Puerto Rico electric utility power innovation backfires
SAN JUAN – Patchwork innovation employed by the Puerto Rico Electric Power Authority’s generation team inside the Central San Juan powerplant feeding the greater metropolitan area in the aftermath of Hurricane María backfired on them Sunday morning, provoking a massive power outage to many of the 10 percent who had power.
The Prepa brigades had been successful in challenging conventional wisdom after the storm when they utilized two units from the Palo Seco plant—once closed, and rendered obsolete—to reignite Central San Juan, which had to be shut down because all distribution lines were down. If powerplants do not distribute electricity at the same rate that they generate power, units auto-protect and shut down.
“We saw an opportunity to fix unit No. 9 at Central San Juan to provide greater balance as we continued to feed more of the areas coming on line with transmission and distribution,” said one Prepa engineer who chose to remain nameless. “We were using units 7 and 4 and we wanted to balance generation and we tried to feed more with Palo Seco, while we repaired the Central San Juan unit. During the switch, we lost the grid. We have had two incidences of human error in the early stages of this disaster; this time it was sound reasoning that backfired. We are back on line.”
The Prepa power brigades had been successful in using two Palo Seco units to kick-start again after it was forced to shut down after transmission and distribution lines were left unavailable to the powerplant in Northern Puerto Rico. “We went to one of the two hydro-gas units that were available and fired from there to the No. 7 unit at Central San Juan,” the Prepa engineer said.
“The charge was enough for us to generate some 30 megawatts of electricity with which we are generating enough power to supply areas that have had lines repaired. Right now the hospitals are a priority. There are some substations that have power but there are too many large concrete poles down,” he explained.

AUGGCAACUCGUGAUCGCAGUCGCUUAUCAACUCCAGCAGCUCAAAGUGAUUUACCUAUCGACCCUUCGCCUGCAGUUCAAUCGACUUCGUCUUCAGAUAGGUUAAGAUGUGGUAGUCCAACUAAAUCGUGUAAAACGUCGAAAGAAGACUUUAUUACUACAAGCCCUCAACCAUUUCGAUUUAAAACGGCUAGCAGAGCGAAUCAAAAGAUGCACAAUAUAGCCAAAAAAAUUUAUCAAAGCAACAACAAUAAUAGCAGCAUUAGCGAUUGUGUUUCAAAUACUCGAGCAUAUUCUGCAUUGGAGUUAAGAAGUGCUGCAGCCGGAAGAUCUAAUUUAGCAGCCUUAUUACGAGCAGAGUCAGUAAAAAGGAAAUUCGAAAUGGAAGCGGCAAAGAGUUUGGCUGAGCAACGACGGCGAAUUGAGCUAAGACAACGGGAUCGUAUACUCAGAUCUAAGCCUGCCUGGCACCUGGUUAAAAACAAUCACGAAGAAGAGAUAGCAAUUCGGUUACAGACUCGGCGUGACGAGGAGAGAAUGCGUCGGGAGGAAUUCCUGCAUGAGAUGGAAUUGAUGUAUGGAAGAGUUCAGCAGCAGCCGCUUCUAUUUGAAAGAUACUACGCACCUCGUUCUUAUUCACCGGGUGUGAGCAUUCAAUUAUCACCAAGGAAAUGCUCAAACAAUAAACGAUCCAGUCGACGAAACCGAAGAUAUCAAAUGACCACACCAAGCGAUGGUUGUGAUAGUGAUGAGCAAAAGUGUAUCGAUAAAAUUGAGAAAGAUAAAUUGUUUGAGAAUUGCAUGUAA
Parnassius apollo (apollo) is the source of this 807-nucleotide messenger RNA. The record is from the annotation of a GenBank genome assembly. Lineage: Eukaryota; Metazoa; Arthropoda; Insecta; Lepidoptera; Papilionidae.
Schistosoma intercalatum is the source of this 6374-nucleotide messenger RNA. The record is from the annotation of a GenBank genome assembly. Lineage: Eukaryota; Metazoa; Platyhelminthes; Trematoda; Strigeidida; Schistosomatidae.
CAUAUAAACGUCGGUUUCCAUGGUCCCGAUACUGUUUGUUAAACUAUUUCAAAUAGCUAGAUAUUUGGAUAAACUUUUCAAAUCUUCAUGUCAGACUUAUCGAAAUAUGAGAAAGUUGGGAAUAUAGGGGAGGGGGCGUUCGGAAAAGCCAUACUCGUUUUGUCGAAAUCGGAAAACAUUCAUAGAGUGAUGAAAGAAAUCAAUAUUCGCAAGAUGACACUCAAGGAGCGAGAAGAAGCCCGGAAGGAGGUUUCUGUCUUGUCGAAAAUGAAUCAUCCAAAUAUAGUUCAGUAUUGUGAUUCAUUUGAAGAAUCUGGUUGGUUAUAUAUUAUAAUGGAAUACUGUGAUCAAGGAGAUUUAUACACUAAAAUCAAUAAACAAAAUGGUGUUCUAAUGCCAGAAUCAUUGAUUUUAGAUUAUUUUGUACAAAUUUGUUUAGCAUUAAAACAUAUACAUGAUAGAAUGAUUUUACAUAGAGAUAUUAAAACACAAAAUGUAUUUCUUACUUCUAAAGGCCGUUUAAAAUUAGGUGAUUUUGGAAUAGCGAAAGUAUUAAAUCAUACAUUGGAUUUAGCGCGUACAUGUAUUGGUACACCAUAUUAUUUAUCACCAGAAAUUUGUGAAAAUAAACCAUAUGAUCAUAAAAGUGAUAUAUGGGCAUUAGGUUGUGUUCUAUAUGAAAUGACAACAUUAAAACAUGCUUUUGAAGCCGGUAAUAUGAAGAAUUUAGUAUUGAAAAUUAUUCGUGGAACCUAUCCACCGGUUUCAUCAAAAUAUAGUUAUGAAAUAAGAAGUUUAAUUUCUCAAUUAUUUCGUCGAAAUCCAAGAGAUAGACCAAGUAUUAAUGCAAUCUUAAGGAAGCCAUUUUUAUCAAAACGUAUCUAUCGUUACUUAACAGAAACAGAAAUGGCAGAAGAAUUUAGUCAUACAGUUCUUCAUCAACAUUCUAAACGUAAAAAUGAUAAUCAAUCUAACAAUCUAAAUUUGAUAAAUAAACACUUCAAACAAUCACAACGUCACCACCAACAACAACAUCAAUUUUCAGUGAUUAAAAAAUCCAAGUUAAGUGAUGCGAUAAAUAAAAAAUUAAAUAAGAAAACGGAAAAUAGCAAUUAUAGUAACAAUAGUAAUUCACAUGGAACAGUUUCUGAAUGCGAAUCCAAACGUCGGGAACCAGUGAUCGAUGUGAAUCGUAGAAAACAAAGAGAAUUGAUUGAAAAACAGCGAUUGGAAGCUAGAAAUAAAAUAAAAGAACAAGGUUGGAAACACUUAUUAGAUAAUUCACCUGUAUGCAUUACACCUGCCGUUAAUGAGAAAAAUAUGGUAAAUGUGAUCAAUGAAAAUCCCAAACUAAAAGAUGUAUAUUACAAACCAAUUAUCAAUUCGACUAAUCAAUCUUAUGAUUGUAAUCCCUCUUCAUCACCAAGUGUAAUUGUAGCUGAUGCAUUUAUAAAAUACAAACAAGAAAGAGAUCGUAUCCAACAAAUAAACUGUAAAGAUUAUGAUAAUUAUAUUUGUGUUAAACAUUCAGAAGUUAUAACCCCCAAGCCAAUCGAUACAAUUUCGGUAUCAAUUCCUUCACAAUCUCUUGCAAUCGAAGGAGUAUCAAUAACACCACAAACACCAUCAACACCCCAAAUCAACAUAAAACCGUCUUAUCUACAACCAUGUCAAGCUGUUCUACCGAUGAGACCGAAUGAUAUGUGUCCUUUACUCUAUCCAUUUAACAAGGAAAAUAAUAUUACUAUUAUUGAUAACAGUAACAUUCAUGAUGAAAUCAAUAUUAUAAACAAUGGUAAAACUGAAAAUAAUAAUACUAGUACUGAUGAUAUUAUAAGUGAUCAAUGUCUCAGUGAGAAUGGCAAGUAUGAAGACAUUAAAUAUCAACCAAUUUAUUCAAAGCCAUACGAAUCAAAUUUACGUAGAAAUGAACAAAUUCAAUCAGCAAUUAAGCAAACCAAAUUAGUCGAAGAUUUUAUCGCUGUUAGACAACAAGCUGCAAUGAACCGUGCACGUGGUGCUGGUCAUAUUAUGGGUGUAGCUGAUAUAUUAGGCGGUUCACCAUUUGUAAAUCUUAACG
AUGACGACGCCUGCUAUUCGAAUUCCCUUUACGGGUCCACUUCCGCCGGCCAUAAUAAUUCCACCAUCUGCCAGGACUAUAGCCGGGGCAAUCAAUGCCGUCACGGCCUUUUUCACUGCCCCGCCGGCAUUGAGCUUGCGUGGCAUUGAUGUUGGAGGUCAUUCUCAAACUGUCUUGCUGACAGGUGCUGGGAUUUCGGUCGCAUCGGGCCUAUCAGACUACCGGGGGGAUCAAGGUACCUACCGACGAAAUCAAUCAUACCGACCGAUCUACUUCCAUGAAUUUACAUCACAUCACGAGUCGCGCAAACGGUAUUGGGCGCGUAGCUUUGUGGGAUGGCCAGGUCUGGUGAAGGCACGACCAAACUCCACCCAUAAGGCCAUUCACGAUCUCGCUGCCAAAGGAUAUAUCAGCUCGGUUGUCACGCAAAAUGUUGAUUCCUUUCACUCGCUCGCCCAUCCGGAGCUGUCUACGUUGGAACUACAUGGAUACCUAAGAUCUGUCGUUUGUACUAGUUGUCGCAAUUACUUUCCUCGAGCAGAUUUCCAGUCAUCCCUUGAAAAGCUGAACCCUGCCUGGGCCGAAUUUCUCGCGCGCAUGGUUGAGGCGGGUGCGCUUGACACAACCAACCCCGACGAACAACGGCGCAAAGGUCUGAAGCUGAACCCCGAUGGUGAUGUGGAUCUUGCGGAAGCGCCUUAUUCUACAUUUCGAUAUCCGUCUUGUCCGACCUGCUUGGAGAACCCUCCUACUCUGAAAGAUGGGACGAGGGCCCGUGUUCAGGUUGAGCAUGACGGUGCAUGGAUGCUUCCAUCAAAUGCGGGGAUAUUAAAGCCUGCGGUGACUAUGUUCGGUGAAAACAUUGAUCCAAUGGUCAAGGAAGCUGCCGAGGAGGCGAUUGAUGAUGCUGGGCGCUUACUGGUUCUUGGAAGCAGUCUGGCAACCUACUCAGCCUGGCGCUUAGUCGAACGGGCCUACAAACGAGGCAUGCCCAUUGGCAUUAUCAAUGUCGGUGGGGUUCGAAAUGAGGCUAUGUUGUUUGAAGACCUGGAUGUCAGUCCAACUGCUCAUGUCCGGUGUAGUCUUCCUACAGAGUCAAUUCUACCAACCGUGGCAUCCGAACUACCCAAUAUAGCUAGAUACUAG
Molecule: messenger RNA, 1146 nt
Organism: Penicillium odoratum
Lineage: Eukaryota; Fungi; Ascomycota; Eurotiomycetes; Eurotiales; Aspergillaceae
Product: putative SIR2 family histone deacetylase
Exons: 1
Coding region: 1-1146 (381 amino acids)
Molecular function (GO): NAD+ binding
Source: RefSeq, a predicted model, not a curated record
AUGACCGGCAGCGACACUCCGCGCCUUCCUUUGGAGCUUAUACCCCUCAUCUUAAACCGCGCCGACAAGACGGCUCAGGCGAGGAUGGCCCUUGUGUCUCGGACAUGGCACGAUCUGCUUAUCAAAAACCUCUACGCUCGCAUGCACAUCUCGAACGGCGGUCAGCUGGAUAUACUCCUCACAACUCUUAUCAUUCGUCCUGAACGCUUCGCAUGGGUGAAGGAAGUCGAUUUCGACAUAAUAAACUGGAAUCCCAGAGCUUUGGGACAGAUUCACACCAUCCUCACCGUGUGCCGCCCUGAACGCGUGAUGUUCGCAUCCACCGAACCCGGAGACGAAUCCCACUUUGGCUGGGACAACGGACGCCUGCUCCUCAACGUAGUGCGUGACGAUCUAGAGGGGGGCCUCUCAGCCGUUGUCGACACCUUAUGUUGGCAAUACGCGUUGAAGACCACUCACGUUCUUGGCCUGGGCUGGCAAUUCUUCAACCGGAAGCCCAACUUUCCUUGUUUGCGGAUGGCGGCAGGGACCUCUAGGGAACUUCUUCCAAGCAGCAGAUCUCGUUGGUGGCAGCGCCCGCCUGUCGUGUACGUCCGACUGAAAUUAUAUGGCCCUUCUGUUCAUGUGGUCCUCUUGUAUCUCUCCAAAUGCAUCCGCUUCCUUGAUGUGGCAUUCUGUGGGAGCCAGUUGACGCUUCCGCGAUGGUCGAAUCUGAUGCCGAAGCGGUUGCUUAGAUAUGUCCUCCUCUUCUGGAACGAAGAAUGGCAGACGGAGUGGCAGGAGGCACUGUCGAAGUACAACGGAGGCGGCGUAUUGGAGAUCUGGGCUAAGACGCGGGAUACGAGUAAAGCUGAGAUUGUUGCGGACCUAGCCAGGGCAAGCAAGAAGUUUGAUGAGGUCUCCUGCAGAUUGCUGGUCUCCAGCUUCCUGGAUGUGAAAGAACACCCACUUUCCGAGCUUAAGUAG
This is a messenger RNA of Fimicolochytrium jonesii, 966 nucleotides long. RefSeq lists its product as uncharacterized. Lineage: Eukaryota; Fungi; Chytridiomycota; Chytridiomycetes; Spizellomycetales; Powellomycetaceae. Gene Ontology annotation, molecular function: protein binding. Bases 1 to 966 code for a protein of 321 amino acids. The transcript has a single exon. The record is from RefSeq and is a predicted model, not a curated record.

The creativity being employed in the north will have to do for now as many of the lines coming from the Costa Sur and Aguirre powerplants are still down.
Many of the Prepa veterans who had dealt with challenges in the aftermath of hurricanes Hugo and Georges are now long gone as a consequence of austerity measures that were implemented in the restructuring of the bankrupt monopoly’s $9 billion debt load.
“We are a skeleton crew; where we had 24 workers we now have four, and now we need help but those who have arrived need to consult with the people who know the grid. Don’t press buttons before asking “what’s this button for?’ Let’s work together.”
The U.S. Army Corps of Engineers held a press conference last week during which it informed it would be helping to establish a plan to restore Puerto Rico’s torn transmission and distribution lines. Many citizens in the dark are asking when will they commence the hard work as many of the restored lines in the north have been put up by private brigades that are assisting Prepa’s skeleton crews. To date, there are seven private companies assisting Prepa in restoring power.
According to preliminary reports, Prepa, which is one of the largest dues-paying members of the American Public Power Association, reportedly has yet to request help from the organization that groups some 1,100 utilities across the United States. “The request for help was not activated,” said APPA spokesperson Meena Dayak. “We have people who are ready to help.”
Regarding why the local government declined to accept help from private power brigades to restore the electric grid, Rosselló said some of the firms that approached it before María requested a down payment and the government had the option of getting aid from USACE.
In a statement Sunday, the administration of Gov. Ricardo Rosselló said the association declined supporting the island’s power restoration efforts.